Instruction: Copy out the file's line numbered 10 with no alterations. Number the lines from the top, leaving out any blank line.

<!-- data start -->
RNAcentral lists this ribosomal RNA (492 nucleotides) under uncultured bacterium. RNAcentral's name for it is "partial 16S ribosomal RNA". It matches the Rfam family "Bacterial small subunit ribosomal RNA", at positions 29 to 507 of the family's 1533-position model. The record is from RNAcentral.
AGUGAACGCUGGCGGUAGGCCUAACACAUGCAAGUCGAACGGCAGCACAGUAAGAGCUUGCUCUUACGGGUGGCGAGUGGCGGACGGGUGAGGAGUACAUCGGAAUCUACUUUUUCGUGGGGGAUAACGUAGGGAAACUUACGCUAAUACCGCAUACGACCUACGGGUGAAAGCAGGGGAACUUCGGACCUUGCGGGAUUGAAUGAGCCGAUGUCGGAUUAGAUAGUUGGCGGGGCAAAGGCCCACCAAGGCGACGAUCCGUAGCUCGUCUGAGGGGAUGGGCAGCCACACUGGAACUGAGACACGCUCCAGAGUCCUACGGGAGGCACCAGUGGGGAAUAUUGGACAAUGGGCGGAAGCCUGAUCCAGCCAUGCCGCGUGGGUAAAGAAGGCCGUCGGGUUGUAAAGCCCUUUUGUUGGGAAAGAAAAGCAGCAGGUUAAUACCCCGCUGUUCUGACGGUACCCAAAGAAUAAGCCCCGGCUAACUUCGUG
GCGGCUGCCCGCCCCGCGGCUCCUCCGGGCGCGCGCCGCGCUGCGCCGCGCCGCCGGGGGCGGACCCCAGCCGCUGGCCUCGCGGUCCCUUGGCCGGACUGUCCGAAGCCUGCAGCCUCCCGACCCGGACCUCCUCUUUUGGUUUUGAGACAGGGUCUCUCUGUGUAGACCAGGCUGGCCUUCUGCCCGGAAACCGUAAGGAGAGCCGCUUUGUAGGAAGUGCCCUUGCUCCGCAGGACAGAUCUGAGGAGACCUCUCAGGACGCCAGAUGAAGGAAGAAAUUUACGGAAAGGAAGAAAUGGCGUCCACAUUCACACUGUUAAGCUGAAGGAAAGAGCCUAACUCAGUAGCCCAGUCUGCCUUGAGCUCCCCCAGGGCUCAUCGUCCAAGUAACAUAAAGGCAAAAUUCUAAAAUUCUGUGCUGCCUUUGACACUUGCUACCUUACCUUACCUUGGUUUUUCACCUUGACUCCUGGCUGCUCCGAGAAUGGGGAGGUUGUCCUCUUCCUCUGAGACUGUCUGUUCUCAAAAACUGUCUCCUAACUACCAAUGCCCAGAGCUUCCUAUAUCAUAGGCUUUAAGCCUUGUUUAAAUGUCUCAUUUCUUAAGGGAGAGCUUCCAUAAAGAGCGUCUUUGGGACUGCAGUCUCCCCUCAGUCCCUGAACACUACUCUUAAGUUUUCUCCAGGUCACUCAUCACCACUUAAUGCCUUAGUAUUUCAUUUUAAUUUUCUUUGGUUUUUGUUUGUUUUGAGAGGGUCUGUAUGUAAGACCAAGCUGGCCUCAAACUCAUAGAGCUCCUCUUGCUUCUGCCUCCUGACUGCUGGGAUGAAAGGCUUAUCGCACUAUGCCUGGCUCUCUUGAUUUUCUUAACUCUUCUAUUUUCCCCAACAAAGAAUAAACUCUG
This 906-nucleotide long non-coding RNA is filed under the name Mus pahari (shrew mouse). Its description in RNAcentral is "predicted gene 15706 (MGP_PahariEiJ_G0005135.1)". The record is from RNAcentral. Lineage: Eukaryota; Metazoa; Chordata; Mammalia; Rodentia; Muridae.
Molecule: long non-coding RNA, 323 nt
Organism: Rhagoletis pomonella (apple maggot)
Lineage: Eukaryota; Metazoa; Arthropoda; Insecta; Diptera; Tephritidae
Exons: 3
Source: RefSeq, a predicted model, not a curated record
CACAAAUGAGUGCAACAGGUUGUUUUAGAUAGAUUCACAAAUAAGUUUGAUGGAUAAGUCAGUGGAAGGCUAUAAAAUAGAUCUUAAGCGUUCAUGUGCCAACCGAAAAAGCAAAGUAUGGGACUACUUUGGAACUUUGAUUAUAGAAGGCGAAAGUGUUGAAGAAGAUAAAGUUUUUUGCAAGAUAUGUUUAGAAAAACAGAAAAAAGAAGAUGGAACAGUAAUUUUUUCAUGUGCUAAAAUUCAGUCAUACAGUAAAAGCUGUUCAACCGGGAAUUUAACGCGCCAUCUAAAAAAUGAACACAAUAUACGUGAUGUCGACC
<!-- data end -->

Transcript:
CACAAAUGAGUGCAACAGGUUGUUUUAGAUAGAUUCACAAAUAAGUUUGAUGGAUAAGUCAGUGGAAGGCUAUAAAAUAGAUCUUAAGCGUUCAUGUGCCAACCGAAAAAGCAAAGUAUGGGACUACUUUGGAACUUUGAUUAUAGAAGGCGAAAGUGUUGAAGAAGAUAAAGUUUUUUGCAAGAUAUGUUUAGAAAAACAGAAAAAAGAAGAUGGAACAGUAAUUUUUUCAUGUGCUAAAAUUCAGUCAUACAGUAAAAGCUGUUCAACCGGGAAUUUAACGCGCCAUCUAAAAAAUGAACACAAUAUACGUGAUGUCGACC